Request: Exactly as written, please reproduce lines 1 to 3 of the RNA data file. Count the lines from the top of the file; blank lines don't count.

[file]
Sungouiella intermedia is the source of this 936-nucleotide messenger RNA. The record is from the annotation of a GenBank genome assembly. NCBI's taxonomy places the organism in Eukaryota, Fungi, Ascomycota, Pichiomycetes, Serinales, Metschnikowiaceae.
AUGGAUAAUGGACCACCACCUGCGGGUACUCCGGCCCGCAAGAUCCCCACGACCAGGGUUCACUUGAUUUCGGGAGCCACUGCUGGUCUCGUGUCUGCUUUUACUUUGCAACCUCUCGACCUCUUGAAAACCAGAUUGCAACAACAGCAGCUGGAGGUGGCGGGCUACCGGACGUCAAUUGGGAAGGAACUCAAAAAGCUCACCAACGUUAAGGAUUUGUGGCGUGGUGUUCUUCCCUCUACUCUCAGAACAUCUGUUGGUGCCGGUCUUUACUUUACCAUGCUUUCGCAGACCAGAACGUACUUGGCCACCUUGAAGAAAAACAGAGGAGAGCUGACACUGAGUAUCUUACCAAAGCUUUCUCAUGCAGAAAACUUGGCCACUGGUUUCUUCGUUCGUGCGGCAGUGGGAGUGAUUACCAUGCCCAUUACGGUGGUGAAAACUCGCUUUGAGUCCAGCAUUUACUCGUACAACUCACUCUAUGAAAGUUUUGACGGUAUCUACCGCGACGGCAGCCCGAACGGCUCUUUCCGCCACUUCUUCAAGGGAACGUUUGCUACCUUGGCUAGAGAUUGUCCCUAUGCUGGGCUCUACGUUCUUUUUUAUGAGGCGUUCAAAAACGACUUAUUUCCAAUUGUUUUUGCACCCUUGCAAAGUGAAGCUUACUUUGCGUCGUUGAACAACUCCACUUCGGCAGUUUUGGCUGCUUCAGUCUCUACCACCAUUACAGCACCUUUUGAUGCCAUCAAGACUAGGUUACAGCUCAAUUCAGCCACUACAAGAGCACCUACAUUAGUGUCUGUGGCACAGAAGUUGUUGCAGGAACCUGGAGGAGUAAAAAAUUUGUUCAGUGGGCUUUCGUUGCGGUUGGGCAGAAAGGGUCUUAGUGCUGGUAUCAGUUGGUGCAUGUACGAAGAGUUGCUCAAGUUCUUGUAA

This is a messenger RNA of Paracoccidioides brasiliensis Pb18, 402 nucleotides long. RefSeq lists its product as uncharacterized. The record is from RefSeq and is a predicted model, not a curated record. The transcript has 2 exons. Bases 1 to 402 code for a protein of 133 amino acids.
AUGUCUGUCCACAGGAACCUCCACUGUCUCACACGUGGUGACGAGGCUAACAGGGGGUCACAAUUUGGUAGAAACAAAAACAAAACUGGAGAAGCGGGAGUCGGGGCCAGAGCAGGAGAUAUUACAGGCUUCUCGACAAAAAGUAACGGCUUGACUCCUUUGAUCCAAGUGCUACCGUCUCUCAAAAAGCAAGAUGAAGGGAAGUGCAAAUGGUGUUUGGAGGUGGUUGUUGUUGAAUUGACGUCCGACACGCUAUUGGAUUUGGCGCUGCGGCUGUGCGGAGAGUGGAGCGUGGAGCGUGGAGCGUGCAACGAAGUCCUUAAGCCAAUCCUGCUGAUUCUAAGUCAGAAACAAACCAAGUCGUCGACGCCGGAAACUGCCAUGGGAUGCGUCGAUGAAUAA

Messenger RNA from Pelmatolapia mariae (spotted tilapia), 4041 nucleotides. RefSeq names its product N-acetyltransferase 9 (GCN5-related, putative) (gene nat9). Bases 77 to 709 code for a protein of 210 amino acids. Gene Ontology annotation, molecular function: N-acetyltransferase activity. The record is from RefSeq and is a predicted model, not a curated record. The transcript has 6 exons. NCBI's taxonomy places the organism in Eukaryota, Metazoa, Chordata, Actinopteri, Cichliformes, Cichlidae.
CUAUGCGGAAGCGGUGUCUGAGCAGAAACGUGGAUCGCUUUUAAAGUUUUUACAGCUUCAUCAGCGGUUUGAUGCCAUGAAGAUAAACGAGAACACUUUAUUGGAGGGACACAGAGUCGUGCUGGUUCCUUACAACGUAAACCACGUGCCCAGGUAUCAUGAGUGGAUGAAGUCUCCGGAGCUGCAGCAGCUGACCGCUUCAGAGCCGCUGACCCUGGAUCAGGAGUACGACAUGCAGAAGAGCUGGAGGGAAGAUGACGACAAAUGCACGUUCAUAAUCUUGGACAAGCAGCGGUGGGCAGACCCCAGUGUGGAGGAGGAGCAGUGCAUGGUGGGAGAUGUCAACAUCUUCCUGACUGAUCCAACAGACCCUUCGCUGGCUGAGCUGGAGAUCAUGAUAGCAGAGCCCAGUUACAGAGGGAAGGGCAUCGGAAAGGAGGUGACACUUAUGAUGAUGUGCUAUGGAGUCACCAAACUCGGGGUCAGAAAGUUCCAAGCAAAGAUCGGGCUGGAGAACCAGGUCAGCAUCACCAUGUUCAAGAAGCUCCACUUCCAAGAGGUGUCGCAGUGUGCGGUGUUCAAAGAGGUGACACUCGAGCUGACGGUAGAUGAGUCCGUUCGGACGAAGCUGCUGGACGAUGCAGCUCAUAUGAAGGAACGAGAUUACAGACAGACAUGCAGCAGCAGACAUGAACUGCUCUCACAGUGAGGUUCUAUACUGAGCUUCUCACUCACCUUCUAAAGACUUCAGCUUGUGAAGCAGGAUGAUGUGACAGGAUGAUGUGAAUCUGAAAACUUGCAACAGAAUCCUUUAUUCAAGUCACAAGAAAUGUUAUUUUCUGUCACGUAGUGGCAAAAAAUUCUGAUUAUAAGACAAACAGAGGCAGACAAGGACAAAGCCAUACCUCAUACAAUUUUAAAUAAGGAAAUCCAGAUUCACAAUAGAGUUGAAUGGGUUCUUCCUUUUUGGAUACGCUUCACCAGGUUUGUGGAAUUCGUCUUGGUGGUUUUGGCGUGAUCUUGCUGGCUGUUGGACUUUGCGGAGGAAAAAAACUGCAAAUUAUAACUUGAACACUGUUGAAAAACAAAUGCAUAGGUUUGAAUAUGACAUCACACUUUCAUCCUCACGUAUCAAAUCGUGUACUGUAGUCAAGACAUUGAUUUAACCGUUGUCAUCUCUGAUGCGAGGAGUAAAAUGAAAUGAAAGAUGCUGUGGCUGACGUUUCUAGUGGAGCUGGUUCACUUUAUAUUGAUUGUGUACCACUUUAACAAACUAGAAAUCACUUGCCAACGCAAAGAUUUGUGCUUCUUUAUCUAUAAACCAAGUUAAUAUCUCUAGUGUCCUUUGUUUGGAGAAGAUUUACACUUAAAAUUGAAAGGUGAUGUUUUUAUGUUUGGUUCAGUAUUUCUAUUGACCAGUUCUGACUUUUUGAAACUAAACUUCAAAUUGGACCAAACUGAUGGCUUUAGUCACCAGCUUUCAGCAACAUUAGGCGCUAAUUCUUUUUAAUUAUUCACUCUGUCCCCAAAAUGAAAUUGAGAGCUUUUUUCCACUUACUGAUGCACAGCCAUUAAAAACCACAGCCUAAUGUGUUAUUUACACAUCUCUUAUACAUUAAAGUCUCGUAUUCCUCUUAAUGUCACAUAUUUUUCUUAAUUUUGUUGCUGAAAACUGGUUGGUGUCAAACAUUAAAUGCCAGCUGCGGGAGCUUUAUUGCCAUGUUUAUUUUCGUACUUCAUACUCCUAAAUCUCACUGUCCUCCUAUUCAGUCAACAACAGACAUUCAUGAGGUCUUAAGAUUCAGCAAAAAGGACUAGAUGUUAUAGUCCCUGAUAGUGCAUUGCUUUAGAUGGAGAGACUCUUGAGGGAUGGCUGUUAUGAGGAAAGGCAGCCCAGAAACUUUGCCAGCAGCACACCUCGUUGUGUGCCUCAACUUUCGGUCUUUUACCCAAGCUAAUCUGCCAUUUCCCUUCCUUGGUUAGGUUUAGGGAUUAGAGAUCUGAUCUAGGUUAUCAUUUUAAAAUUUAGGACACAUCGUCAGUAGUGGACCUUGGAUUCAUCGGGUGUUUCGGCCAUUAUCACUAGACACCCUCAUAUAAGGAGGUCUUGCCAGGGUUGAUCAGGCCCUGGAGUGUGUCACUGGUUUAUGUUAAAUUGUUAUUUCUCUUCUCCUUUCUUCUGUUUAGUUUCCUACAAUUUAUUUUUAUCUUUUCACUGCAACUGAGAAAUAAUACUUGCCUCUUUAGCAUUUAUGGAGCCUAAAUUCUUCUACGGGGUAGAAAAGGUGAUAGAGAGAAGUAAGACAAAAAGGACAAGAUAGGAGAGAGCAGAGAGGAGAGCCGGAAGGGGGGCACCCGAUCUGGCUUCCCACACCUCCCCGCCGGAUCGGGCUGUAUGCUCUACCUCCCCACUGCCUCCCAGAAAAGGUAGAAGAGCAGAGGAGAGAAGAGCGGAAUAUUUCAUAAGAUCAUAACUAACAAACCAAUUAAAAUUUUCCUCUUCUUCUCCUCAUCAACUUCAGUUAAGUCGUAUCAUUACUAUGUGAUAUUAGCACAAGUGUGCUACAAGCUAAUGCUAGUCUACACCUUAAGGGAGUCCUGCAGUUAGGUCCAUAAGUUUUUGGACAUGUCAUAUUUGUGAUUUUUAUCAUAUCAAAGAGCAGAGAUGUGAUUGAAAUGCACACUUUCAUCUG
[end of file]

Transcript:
Sungouiella intermedia is the source of this 936-nucleotide messenger RNA. The record is from the annotation of a GenBank genome assembly. NCBI's taxonomy places the organism in Eukaryota, Fungi, Ascomycota, Pichiomycetes, Serinales, Metschnikowiaceae.
AUGGAUAAUGGACCACCACCUGCGGGUACUCCGGCCCGCAAGAUCCCCACGACCAGGGUUCACUUGAUUUCGGGAGCCACUGCUGGUCUCGUGUCUGCUUUUACUUUGCAACCUCUCGACCUCUUGAAAACCAGAUUGCAACAACAGCAGCUGGAGGUGGCGGGCUACCGGACGUCAAUUGGGAAGGAACUCAAAAAGCUCACCAACGUUAAGGAUUUGUGGCGUGGUGUUCUUCCCUCUACUCUCAGAACAUCUGUUGGUGCCGGUCUUUACUUUACCAUGCUUUCGCAGACCAGAACGUACUUGGCCACCUUGAAGAAAAACAGAGGAGAGCUGACACUGAGUAUCUUACCAAAGCUUUCUCAUGCAGAAAACUUGGCCACUGGUUUCUUCGUUCGUGCGGCAGUGGGAGUGAUUACCAUGCCCAUUACGGUGGUGAAAACUCGCUUUGAGUCCAGCAUUUACUCGUACAACUCACUCUAUGAAAGUUUUGACGGUAUCUACCGCGACGGCAGCCCGAACGGCUCUUUCCGCCACUUCUUCAAGGGAACGUUUGCUACCUUGGCUAGAGAUUGUCCCUAUGCUGGGCUCUACGUUCUUUUUUAUGAGGCGUUCAAAAACGACUUAUUUCCAAUUGUUUUUGCACCCUUGCAAAGUGAAGCUUACUUUGCGUCGUUGAACAACUCCACUUCGGCAGUUUUGGCUGCUUCAGUCUCUACCACCAUUACAGCACCUUUUGAUGCCAUCAAGACUAGGUUACAGCUCAAUUCAGCCACUACAAGAGCACCUACAUUAGUGUCUGUGGCACAGAAGUUGUUGCAGGAACCUGGAGGAGUAAAAAAUUUGUUCAGUGGGCUUUCGUUGCGGUUGGGCAGAAAGGGUCUUAGUGCUGGUAUCAGUUGGUGCAUGUACGAAGAGUUGCUCAAGUUCUUGUAA

This is a messenger RNA of Paracoccidioides brasiliensis Pb18, 402 nucleotides long. RefSeq lists its product as uncharacterized. The record is from RefSeq and is a predicted model, not a curated record. The transcript has 2 exons. Bases 1 to 402 code for a protein of 133 amino acids.